Late week storm/late weekend threat
A cold frontal system slipped through the Mid-Atlantic in the overnight hours and today has turned out to be a windy and cold day despite plenty of sunshine. High pressure will be in control of the weather at mid-week and then another cold front will works its way through the region later on Thursday. A chilly air mass will follow the frontal passage during Thursday night and will be supported by building high pressure across southeastern Canada. This cold air mass will be somewhat slow to give up its ground on Friday as a large area of moisture heads to the Mid-Atlantic region from the Tennessee Valley – and this may set the stage for a period of sleet and/or freezing rain in at least parts of the area.
On Friday, surface low pressure will pull out of the south-central states and head towards the Great Lakes – well to the west of the I-95 corridor. At the same time, high pressure will be parked over southeastern Canada and it will be somewhat slow to retreat as will some low-level cold air entrenched in the Mid-Atlantic. As a result, there can be a period of sleet and/or freezing rain on Friday as an area of moisture associated with low pressure over the Midwest reaches us from the Tennessee Valley. While there can be some sleet and/or freezing rain at the onset of this late week storm system in suburban locations well to the north and west of Washington, D.C., a better chance for something frozen will take place north of the PA/MD border including in the northern and western suburbs of Philadelphia and New York City. Eventually, enough milder air will push in at the lower levels of the atmosphere for plain rain to be the dominate precipitation type later on Friday across the Mid-Atlantic while accumulating snow falls along a path from the central Plains to the Great Lakes.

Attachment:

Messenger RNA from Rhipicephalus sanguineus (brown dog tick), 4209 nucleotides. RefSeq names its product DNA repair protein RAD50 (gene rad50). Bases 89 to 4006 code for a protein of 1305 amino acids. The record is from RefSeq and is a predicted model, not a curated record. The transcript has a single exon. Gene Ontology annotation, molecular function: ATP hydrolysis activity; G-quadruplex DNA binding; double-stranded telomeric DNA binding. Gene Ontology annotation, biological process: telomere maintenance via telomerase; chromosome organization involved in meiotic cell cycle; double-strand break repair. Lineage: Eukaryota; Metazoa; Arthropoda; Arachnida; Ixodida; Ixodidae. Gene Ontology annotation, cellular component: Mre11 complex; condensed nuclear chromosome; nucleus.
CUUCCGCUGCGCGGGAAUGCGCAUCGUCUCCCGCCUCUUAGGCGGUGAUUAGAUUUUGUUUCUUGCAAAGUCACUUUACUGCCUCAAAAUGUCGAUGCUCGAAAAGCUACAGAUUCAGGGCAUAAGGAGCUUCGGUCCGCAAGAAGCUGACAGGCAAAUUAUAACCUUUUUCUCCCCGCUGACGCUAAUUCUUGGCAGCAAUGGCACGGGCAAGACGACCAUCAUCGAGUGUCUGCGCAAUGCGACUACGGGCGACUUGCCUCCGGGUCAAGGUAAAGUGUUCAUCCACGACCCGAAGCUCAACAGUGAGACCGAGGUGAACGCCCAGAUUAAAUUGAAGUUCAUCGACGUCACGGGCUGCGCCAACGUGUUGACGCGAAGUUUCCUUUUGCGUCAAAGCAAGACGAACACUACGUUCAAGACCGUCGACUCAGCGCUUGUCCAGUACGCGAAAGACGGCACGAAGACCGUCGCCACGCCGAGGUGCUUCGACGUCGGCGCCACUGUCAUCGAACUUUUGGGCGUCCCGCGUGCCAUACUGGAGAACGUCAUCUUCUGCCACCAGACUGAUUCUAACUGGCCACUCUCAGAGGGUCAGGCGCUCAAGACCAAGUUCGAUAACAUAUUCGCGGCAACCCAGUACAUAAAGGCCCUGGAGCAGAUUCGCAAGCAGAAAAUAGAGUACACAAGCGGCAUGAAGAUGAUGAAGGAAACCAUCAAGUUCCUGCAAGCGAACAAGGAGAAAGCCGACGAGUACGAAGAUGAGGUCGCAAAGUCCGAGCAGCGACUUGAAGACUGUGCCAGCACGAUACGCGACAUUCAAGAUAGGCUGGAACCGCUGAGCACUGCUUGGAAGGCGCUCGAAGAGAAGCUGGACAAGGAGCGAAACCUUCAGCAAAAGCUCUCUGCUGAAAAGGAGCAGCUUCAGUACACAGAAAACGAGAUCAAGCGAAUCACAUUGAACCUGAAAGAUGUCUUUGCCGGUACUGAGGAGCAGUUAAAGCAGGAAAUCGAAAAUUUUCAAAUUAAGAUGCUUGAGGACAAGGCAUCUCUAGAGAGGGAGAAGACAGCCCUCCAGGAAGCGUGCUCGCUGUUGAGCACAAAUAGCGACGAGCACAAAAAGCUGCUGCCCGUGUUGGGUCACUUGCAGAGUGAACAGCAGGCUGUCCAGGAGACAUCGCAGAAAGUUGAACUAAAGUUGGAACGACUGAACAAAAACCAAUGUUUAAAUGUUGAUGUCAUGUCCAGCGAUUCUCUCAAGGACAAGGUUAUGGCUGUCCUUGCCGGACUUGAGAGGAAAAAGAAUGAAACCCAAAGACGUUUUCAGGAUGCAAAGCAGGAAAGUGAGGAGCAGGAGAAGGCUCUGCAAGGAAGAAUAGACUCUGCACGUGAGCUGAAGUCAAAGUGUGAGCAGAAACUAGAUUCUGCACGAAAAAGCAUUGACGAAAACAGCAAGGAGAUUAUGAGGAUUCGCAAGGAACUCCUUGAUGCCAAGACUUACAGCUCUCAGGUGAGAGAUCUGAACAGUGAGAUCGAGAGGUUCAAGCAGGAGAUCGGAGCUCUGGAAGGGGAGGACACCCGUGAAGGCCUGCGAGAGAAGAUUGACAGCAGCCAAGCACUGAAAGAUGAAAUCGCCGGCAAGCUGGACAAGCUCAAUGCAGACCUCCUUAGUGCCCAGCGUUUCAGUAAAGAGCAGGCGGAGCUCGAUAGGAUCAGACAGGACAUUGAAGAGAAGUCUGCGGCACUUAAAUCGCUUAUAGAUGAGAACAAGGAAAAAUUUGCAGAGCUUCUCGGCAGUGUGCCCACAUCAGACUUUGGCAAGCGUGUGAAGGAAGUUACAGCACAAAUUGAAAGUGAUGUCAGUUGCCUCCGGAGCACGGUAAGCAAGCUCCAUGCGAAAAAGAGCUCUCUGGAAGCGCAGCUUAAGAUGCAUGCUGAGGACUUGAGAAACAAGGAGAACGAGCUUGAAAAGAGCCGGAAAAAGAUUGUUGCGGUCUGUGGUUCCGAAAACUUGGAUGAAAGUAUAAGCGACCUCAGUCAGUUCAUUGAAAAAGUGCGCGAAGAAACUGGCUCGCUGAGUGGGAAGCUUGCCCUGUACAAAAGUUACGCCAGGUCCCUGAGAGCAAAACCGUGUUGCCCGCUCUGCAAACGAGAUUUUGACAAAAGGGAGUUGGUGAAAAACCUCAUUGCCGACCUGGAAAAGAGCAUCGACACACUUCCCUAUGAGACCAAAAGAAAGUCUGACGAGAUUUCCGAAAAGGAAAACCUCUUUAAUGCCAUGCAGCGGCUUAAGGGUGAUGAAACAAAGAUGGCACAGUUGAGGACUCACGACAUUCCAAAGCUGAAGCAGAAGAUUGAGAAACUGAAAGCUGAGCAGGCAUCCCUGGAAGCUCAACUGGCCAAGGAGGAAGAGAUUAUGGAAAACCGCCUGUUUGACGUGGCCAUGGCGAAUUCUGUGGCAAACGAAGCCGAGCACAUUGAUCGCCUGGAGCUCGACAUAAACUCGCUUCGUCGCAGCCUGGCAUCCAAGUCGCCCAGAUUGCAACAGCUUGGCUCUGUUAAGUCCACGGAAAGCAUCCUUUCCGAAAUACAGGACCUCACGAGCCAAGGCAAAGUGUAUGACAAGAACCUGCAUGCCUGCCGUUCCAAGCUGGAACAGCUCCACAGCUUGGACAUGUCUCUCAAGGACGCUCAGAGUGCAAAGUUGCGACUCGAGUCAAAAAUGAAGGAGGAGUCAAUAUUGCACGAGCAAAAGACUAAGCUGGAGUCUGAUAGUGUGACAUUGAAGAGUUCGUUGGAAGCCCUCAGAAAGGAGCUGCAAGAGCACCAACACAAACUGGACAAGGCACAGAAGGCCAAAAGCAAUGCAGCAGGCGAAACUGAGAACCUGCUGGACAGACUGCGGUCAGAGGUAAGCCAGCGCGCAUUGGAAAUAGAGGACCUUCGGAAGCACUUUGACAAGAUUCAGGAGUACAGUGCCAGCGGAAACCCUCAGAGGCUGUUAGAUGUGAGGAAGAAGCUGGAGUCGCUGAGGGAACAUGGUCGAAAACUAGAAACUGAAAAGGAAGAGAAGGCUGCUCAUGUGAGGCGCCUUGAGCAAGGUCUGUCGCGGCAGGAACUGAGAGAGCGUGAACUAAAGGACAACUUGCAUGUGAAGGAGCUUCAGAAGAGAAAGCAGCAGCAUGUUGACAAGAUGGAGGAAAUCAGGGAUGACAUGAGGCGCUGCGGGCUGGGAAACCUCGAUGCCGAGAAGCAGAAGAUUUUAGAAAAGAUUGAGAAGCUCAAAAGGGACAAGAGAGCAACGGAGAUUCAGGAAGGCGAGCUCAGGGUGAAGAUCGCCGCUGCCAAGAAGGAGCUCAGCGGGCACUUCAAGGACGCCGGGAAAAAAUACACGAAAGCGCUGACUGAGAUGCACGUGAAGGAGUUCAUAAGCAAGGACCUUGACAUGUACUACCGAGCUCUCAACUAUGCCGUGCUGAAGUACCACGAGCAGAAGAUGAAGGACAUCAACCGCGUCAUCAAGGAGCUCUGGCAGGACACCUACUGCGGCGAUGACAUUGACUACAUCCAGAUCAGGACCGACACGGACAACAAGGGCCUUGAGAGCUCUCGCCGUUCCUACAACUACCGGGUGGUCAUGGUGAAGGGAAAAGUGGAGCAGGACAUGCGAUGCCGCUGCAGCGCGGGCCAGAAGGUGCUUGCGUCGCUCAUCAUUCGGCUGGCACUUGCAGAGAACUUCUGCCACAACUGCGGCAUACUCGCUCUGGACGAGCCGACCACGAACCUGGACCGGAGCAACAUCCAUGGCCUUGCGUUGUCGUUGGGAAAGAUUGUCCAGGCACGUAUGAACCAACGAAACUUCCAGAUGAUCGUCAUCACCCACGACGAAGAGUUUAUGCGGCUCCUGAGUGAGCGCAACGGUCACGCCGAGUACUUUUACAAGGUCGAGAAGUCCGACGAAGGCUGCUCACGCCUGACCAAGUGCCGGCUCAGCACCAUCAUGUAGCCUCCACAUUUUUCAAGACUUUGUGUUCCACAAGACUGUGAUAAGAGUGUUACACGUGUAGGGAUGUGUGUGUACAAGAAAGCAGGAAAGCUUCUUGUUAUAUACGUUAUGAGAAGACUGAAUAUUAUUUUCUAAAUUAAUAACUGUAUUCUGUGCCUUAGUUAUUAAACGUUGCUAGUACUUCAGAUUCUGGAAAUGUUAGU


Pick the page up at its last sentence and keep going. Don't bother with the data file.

Once this late week system departs to Canada on early Saturday, it will actually turn quite mild in the Mid-Atlantic to begin the upcoming weekend. However, another cold frontal system is likely to push through by the middle stages of the weekend and it’ll turn colder on Sunday. A lingering area of short-wave upper-level energy is then going to wrap around a large scale upper-level trough and it should help to spawn the formation of a second low pressure system later in the weekend over the southeastern part of the US. This system would likely intensify near or over the Mid-Atlantic coastline on Sunday and there will be a colder air mass moving into the region following the passage of the cold frontal system. Consequently, there is a chance that some snow could result on Sunday in the I-95 corridor should this second storm system materialize in time for an impact – something we’ll have to monitor in coming days.